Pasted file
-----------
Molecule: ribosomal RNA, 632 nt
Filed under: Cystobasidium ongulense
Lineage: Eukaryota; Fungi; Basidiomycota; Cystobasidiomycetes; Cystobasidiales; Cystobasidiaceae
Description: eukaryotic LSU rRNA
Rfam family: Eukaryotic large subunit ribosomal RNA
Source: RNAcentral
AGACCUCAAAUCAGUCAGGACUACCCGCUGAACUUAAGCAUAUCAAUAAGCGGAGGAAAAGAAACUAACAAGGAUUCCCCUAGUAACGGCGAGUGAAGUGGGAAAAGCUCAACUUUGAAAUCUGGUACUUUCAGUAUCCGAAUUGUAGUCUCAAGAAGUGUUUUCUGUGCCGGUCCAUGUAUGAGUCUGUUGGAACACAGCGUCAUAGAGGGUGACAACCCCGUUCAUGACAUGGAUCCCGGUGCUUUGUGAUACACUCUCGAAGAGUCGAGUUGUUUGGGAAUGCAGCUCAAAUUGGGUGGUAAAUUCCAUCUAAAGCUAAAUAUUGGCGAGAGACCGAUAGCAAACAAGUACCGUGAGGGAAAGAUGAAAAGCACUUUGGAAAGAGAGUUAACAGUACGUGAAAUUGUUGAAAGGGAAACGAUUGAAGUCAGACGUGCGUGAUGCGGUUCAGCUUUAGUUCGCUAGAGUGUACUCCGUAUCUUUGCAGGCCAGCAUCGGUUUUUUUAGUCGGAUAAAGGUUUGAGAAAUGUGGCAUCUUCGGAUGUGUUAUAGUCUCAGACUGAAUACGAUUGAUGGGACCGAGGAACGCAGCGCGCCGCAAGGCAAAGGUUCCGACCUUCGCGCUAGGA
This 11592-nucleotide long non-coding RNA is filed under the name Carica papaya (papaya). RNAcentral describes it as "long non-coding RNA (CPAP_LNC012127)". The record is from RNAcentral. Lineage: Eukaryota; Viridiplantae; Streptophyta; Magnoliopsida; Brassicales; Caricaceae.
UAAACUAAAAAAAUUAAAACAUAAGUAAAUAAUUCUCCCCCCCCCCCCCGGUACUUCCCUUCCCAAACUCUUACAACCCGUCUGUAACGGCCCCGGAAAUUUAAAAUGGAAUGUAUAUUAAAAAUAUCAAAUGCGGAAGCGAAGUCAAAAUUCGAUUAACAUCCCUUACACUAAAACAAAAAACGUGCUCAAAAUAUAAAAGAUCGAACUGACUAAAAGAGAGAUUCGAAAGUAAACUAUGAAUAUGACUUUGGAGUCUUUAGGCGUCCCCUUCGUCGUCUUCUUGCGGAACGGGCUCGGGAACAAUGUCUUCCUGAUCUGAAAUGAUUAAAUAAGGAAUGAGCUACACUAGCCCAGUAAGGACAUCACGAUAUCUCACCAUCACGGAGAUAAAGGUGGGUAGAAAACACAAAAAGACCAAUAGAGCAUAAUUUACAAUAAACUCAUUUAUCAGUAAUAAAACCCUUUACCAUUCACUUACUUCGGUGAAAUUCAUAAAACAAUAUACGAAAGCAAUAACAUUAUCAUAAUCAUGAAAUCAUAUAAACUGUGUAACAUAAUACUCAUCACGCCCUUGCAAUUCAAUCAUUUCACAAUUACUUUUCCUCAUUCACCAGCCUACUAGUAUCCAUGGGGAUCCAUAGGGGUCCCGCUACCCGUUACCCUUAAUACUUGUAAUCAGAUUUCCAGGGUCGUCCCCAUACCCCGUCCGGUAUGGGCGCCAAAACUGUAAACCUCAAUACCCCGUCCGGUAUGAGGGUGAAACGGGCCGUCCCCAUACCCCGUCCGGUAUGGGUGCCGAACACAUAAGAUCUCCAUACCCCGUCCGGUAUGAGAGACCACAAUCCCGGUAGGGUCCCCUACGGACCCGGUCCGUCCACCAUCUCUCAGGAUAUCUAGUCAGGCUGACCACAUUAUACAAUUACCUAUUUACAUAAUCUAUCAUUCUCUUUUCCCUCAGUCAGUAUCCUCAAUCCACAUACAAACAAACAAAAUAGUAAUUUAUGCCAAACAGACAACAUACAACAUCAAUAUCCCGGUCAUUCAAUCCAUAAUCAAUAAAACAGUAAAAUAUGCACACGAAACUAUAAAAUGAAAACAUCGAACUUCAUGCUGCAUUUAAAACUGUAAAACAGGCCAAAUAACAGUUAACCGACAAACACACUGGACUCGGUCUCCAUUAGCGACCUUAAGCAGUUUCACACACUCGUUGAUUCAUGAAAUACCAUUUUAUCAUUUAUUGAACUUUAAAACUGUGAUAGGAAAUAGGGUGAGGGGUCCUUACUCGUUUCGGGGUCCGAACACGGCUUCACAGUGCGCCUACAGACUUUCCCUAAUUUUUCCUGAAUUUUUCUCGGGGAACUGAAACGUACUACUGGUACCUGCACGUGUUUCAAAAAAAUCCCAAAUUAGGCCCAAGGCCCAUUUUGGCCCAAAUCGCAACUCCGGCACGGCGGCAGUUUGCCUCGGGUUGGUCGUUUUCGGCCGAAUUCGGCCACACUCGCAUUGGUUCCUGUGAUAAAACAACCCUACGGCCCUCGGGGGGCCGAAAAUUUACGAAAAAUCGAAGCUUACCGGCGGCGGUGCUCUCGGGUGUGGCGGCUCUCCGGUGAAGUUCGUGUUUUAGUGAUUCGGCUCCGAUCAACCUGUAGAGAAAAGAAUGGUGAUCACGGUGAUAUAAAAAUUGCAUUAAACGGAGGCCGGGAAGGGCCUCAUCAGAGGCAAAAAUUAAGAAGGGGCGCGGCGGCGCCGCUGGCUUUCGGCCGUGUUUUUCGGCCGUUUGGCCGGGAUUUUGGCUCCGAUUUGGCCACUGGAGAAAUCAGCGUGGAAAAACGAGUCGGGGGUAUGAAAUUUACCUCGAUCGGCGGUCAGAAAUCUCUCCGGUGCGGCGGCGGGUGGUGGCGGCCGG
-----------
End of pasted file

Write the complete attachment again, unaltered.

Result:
Molecule: ribosomal RNA, 632 nt
Filed under: Cystobasidium ongulense
Lineage: Eukaryota; Fungi; Basidiomycota; Cystobasidiomycetes; Cystobasidiales; Cystobasidiaceae
Description: eukaryotic LSU rRNA
Rfam family: Eukaryotic large subunit ribosomal RNA
Source: RNAcentral
AGACCUCAAAUCAGUCAGGACUACCCGCUGAACUUAAGCAUAUCAAUAAGCGGAGGAAAAGAAACUAACAAGGAUUCCCCUAGUAACGGCGAGUGAAGUGGGAAAAGCUCAACUUUGAAAUCUGGUACUUUCAGUAUCCGAAUUGUAGUCUCAAGAAGUGUUUUCUGUGCCGGUCCAUGUAUGAGUCUGUUGGAACACAGCGUCAUAGAGGGUGACAACCCCGUUCAUGACAUGGAUCCCGGUGCUUUGUGAUACACUCUCGAAGAGUCGAGUUGUUUGGGAAUGCAGCUCAAAUUGGGUGGUAAAUUCCAUCUAAAGCUAAAUAUUGGCGAGAGACCGAUAGCAAACAAGUACCGUGAGGGAAAGAUGAAAAGCACUUUGGAAAGAGAGUUAACAGUACGUGAAAUUGUUGAAAGGGAAACGAUUGAAGUCAGACGUGCGUGAUGCGGUUCAGCUUUAGUUCGCUAGAGUGUACUCCGUAUCUUUGCAGGCCAGCAUCGGUUUUUUUAGUCGGAUAAAGGUUUGAGAAAUGUGGCAUCUUCGGAUGUGUUAUAGUCUCAGACUGAAUACGAUUGAUGGGACCGAGGAACGCAGCGCGCCGCAAGGCAAAGGUUCCGACCUUCGCGCUAGGA
This 11592-nucleotide long non-coding RNA is filed under the name Carica papaya (papaya). RNAcentral describes it as "long non-coding RNA (CPAP_LNC012127)". The record is from RNAcentral. Lineage: Eukaryota; Viridiplantae; Streptophyta; Magnoliopsida; Brassicales; Caricaceae.
UAAACUAAAAAAAUUAAAACAUAAGUAAAUAAUUCUCCCCCCCCCCCCCGGUACUUCCCUUCCCAAACUCUUACAACCCGUCUGUAACGGCCCCGGAAAUUUAAAAUGGAAUGUAUAUUAAAAAUAUCAAAUGCGGAAGCGAAGUCAAAAUUCGAUUAACAUCCCUUACACUAAAACAAAAAACGUGCUCAAAAUAUAAAAGAUCGAACUGACUAAAAGAGAGAUUCGAAAGUAAACUAUGAAUAUGACUUUGGAGUCUUUAGGCGUCCCCUUCGUCGUCUUCUUGCGGAACGGGCUCGGGAACAAUGUCUUCCUGAUCUGAAAUGAUUAAAUAAGGAAUGAGCUACACUAGCCCAGUAAGGACAUCACGAUAUCUCACCAUCACGGAGAUAAAGGUGGGUAGAAAACACAAAAAGACCAAUAGAGCAUAAUUUACAAUAAACUCAUUUAUCAGUAAUAAAACCCUUUACCAUUCACUUACUUCGGUGAAAUUCAUAAAACAAUAUACGAAAGCAAUAACAUUAUCAUAAUCAUGAAAUCAUAUAAACUGUGUAACAUAAUACUCAUCACGCCCUUGCAAUUCAAUCAUUUCACAAUUACUUUUCCUCAUUCACCAGCCUACUAGUAUCCAUGGGGAUCCAUAGGGGUCCCGCUACCCGUUACCCUUAAUACUUGUAAUCAGAUUUCCAGGGUCGUCCCCAUACCCCGUCCGGUAUGGGCGCCAAAACUGUAAACCUCAAUACCCCGUCCGGUAUGAGGGUGAAACGGGCCGUCCCCAUACCCCGUCCGGUAUGGGUGCCGAACACAUAAGAUCUCCAUACCCCGUCCGGUAUGAGAGACCACAAUCCCGGUAGGGUCCCCUACGGACCCGGUCCGUCCACCAUCUCUCAGGAUAUCUAGUCAGGCUGACCACAUUAUACAAUUACCUAUUUACAUAAUCUAUCAUUCUCUUUUCCCUCAGUCAGUAUCCUCAAUCCACAUACAAACAAACAAAAUAGUAAUUUAUGCCAAACAGACAACAUACAACAUCAAUAUCCCGGUCAUUCAAUCCAUAAUCAAUAAAACAGUAAAAUAUGCACACGAAACUAUAAAAUGAAAACAUCGAACUUCAUGCUGCAUUUAAAACUGUAAAACAGGCCAAAUAACAGUUAACCGACAAACACACUGGACUCGGUCUCCAUUAGCGACCUUAAGCAGUUUCACACACUCGUUGAUUCAUGAAAUACCAUUUUAUCAUUUAUUGAACUUUAAAACUGUGAUAGGAAAUAGGGUGAGGGGUCCUUACUCGUUUCGGGGUCCGAACACGGCUUCACAGUGCGCCUACAGACUUUCCCUAAUUUUUCCUGAAUUUUUCUCGGGGAACUGAAACGUACUACUGGUACCUGCACGUGUUUCAAAAAAAUCCCAAAUUAGGCCCAAGGCCCAUUUUGGCCCAAAUCGCAACUCCGGCACGGCGGCAGUUUGCCUCGGGUUGGUCGUUUUCGGCCGAAUUCGGCCACACUCGCAUUGGUUCCUGUGAUAAAACAACCCUACGGCCCUCGGGGGGCCGAAAAUUUACGAAAAAUCGAAGCUUACCGGCGGCGGUGCUCUCGGGUGUGGCGGCUCUCCGGUGAAGUUCGUGUUUUAGUGAUUCGGCUCCGAUCAACCUGUAGAGAAAAGAAUGGUGAUCACGGUGAUAUAAAAAUUGCAUUAAACGGAGGCCGGGAAGGGCCUCAUCAGAGGCAAAAAUUAAGAAGGGGCGCGGCGGCGCCGCUGGCUUUCGGCCGUGUUUUUCGGCCGUUUGGCCGGGAUUUUGGCUCCGAUUUGGCCACUGGAGAAAUCAGCGUGGAAAAACGAGUCGGGGGUAUGAAAUUUACCUCGAUCGGCGGUCAGAAAUCUCUCCGGUGCGGCGGCGGGUGGUGGCGGCCGG